See also: dog, new, old, teach, trick
The American Heritage® Dictionary of Idioms by Christine Ammer. Copyright © 2003, 1997 by The Christine Ammer 1992 Trust. Published by Houghton Mifflin Harcourt Publishing Company. All rights reserved.

(you can’t) teach an old dog new ˈtricks

(saying) (you can’t) make old people change their ideas or ways of working, etc: My grandmother doesn’t want a computer. She says you can’t teach an old dog new tricks.
See also: dog, new, old, teach, trick
Farlex Partner Idioms Dictionary © Farlex 2017
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References in periodicals archive ?
This is the desire by students (and some staff) to have as many courses as possible taught between Tuesday and Thursday, or more explicitly, not on Mondays and Fridays.
At the heart of the matter lies the need to determine what social history should be taught from the vast and growing range of possibilities available.
Every parent has an opinion on what constitutes the "correct" view of the Supernatural, and parents will be very concerned that their children will be taught an "incorrect" view.
Like many fellow Dover residents, he says the biblical account of the origins of humanity should be taught in a comparative-religion class, not a biology class.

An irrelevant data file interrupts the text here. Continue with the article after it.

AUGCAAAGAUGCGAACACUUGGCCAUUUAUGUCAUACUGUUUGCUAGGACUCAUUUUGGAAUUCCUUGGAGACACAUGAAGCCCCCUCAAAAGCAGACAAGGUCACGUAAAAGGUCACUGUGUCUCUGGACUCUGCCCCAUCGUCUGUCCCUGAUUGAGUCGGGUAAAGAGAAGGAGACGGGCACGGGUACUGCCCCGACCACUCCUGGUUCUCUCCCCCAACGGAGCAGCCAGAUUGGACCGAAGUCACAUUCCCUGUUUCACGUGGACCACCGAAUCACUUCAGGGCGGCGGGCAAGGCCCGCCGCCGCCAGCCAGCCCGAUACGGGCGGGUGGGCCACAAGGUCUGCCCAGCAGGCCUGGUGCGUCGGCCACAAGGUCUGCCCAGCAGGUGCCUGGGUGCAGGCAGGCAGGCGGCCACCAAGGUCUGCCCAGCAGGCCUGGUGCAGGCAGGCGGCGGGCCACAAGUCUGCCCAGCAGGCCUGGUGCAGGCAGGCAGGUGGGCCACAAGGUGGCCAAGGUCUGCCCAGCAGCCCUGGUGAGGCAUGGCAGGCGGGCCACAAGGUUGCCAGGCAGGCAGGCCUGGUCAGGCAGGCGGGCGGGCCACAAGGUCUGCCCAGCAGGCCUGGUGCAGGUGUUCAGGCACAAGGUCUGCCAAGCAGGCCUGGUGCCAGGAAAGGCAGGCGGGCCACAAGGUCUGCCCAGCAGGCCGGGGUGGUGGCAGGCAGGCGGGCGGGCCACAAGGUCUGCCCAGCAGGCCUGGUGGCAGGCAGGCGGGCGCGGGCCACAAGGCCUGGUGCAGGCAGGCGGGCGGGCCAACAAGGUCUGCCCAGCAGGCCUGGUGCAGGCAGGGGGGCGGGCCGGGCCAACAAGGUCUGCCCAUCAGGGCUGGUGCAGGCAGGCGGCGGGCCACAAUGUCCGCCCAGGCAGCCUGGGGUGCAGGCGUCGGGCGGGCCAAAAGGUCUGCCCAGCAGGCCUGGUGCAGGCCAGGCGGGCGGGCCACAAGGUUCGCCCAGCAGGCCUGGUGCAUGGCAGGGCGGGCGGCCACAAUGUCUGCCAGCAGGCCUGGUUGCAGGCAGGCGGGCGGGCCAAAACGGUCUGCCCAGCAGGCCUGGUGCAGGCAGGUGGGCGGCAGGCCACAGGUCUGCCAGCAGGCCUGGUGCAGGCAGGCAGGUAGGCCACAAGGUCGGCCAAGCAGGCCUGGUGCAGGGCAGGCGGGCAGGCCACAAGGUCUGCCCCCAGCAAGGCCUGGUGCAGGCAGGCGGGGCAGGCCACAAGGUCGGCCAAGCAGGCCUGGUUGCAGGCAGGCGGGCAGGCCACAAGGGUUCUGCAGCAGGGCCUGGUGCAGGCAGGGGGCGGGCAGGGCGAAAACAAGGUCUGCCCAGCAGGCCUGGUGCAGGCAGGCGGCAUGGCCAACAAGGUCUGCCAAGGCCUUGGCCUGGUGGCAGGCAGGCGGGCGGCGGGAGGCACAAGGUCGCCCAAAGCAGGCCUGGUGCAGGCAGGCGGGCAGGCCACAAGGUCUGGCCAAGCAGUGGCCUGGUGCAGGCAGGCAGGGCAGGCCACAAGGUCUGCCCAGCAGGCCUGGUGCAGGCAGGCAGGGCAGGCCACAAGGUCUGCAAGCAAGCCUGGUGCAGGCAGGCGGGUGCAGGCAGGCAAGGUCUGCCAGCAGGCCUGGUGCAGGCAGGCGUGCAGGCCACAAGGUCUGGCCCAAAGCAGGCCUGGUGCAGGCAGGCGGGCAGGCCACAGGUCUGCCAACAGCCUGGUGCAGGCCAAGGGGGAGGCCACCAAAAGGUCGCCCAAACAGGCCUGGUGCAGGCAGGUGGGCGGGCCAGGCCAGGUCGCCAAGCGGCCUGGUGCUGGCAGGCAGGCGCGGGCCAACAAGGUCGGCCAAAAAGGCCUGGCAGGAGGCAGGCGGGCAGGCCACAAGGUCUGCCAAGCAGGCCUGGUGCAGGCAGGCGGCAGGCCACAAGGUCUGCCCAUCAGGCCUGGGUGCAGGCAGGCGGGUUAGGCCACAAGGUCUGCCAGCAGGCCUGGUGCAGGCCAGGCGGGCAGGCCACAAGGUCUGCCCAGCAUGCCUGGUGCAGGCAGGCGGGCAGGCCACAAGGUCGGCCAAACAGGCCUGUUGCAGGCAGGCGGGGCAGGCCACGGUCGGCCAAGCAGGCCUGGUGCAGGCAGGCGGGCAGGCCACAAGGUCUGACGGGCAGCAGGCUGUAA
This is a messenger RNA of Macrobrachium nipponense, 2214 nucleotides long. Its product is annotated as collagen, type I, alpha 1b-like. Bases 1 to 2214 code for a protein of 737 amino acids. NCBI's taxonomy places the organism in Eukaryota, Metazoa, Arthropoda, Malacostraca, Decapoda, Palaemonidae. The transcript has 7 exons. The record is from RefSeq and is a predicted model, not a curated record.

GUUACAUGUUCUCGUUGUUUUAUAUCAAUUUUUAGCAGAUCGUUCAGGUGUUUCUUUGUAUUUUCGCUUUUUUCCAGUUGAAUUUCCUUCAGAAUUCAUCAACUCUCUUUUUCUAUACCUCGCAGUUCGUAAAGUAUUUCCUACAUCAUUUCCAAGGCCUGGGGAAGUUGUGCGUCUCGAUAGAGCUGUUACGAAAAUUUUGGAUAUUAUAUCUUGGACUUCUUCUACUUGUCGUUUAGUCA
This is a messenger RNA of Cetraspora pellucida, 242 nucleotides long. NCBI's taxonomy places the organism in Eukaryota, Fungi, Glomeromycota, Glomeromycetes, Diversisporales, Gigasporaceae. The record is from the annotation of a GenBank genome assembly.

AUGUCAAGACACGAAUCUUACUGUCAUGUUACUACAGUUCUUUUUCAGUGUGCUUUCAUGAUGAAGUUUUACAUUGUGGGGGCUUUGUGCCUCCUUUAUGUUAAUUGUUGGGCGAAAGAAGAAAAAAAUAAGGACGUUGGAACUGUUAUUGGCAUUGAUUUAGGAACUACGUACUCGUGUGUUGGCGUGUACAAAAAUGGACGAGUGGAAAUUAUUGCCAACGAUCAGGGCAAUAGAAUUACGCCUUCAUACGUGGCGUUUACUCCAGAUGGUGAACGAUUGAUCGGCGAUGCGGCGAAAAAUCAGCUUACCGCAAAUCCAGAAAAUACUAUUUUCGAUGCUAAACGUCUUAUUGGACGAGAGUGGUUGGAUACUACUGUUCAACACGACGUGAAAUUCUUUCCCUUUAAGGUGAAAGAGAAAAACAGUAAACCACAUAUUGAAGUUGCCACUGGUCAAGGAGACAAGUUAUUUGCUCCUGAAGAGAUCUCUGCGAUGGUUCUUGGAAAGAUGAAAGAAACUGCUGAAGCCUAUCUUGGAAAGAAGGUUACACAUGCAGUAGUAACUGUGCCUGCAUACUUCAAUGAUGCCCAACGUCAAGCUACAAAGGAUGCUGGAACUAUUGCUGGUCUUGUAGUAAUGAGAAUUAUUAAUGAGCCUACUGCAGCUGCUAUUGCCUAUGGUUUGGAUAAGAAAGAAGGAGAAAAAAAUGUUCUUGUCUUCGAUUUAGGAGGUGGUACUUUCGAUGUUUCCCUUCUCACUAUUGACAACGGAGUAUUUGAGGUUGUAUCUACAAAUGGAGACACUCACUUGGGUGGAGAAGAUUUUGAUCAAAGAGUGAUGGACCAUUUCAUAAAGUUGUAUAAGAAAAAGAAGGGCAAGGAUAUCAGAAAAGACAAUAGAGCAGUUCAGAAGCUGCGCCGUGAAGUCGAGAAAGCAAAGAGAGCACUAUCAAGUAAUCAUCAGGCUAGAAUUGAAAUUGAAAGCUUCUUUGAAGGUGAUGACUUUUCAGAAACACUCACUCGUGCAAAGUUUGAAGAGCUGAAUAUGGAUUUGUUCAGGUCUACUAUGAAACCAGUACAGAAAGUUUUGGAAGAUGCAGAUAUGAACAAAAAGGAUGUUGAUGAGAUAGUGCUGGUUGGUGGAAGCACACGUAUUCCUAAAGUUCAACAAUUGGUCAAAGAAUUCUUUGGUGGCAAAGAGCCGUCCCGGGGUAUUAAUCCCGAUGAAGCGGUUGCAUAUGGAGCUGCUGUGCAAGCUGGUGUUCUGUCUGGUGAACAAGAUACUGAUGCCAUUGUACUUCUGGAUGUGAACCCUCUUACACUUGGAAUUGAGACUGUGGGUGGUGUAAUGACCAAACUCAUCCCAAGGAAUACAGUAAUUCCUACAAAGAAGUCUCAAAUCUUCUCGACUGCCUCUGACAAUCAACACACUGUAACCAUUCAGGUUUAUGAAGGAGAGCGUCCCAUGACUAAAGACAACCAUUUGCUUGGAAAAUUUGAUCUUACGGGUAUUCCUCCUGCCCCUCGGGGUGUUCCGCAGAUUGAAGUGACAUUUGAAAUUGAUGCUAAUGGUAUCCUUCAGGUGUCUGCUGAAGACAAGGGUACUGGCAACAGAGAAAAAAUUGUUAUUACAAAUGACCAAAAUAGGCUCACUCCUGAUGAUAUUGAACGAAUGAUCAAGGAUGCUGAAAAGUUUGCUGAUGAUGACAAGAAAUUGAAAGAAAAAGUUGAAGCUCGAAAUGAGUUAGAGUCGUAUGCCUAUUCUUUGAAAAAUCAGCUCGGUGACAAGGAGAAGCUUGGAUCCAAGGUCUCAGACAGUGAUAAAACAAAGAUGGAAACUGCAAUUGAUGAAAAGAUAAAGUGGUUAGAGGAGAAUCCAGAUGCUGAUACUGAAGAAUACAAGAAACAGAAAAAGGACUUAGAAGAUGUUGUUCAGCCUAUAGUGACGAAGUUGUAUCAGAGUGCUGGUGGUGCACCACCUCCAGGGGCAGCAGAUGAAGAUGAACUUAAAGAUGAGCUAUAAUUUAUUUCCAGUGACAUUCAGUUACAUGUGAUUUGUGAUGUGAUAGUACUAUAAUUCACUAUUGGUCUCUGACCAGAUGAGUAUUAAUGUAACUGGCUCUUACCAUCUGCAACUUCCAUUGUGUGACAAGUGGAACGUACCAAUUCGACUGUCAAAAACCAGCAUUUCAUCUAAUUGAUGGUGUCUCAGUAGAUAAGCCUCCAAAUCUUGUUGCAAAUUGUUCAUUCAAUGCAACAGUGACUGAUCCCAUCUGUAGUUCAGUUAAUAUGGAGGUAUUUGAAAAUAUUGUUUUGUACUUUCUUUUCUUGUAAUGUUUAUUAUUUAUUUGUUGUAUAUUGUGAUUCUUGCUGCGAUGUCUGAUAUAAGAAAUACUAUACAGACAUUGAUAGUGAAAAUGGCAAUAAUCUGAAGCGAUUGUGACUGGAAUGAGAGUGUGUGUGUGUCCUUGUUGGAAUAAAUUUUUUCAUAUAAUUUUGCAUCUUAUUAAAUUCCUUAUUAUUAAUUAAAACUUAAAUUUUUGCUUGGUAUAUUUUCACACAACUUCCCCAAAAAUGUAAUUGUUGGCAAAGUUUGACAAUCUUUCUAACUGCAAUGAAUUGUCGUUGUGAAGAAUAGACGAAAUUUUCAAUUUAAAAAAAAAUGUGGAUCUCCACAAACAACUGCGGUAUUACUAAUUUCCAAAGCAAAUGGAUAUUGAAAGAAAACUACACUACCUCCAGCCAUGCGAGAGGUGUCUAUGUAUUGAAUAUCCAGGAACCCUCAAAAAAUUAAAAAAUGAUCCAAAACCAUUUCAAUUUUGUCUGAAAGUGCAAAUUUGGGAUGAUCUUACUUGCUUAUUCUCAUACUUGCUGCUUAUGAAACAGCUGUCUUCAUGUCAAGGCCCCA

But since they've not been taught infallibly, there's at least a remote possibility of error.
3) Activities structured for the needs of the learners, such as the use of their experience, teaching to multiple learning styles, and their inclusion in defining how they will be taught.
They could even make errors by working certain problems from left to right (as they are taught in reading) instead of right to left (Miller and Mercer, 1997).
By contrast, northern universities taught little law and medicine.
For all the debates over the virtues and vices of progressive education, before World War II the vast majority of Americans attended only elementary school, and they were taught by normal-school or high-school graduates who had often studied for one or two years at a school of pedagogy.
Chomsky, in particular, suggests that language isn't taught but learned--that children invent their language gradually, thoughtfully, as they observe their parents and other language users in their environment.
While watching the athletes teach one another, the coach can be carefully listening on what is being taught as it is being taught.
For example, accounting curriculums have traditionally taught students to classify and aggregate transaction data before they are stored--that is, to classify transactions through journal entries then aggregate that data into an account balance.
in English at Princeton; John Romano, who taught English at Columbia, now produces the TV show "Party of Five"; the list could go on and on.
He had taught in the Wausau school system for many years.
I was taught how to use this cane by a sighted instructor who had undergone extensive sleepshade training.